St Athanasia heralded from the island of Aegina, a short half-hour ferry ride away from Pireaus. Born to pious Orthodox parents in the 9th century. At that time, Aegina was under constant attack by Arab marauders who had taken over the island of Crete and were using it as a naval base to wage attacks along the Aegean and Saronic Gulf. From very early childhood, she wanted to become a nun; however, due to the strict obedience to parental will she was forced to marry a young man from her social level. Unfortunately, she was a bride for only sixteen days after the wedding as her husband was killed in one of these Arab raids on the island. After this, she was forcefully married to one of the “barbarians” the Arab conquerors of the island yet another time. Athanasia, however, had a strong will of her own, and never gave up believing in her destiny to the monastic calling. She listened to her parents and was respectful and attentive to her “barbarian” husband. The biographical record does not show how, but Athanasia accomplished the impossible—she converted her Muslim husband to Christianity, and not only that, but she convinced him to become a monk! ( Think about what a hard sell that might have been!)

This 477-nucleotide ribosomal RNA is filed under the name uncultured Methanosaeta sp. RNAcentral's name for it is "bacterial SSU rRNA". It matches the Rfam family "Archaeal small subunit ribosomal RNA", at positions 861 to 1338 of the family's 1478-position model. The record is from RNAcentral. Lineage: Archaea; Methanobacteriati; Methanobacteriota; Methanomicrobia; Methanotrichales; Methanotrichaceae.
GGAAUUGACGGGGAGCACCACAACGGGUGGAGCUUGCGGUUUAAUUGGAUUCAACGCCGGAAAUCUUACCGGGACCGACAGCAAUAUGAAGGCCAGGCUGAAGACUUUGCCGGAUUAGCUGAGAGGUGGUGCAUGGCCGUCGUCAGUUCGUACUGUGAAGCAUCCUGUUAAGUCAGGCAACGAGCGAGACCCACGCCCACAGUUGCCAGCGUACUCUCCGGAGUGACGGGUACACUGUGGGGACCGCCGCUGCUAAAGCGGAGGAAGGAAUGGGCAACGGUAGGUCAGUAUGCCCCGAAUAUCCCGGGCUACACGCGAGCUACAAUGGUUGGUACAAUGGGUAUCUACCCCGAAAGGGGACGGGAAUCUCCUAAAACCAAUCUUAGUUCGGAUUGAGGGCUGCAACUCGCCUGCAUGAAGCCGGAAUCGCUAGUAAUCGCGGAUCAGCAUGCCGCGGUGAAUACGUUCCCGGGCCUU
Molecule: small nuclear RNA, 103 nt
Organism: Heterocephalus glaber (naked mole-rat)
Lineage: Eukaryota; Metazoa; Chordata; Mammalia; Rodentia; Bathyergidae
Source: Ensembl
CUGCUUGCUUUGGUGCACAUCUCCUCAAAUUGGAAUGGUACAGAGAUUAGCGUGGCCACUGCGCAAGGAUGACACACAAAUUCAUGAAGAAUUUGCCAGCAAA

In an age that did not allow divorce, she managed to do the next best thing—dissolve her marriage by having both partners become monastics. She eventually entered a convent on the island of Aegina. She was known for her extreme acts of ascetism, such as the practice of eating hardly anything except bread and water, throwing a leaf of cabbage every other day for variety. After four years, she was elected abbess of the convent. But instead of seeming superior, she humbled herself even more, sleeping on a stone instead of a pillow. However she wanted even more solitude than the convent offered and withdrew to a hermitage in an even more remote part of Aegina.
St Athanasia reposed peacefully during a special service she had called in premonition of her death. While her nuns sang and chanted from the Book of Psalms, her spirit gently ascended like a song to the Lord. Many sick and demon-possessed people were healed during her funeral. Forty days after her death, as she had foretold her nuns, she appeared in a purple, bejeweled gown accompanied by two youths in shining robes, as a promise of the glory that awaited those who love the Lord.
St Athanasia serves as an example to young women to stay true to their own deep-hearted desires while still staying obedient to parents to greater societal demands.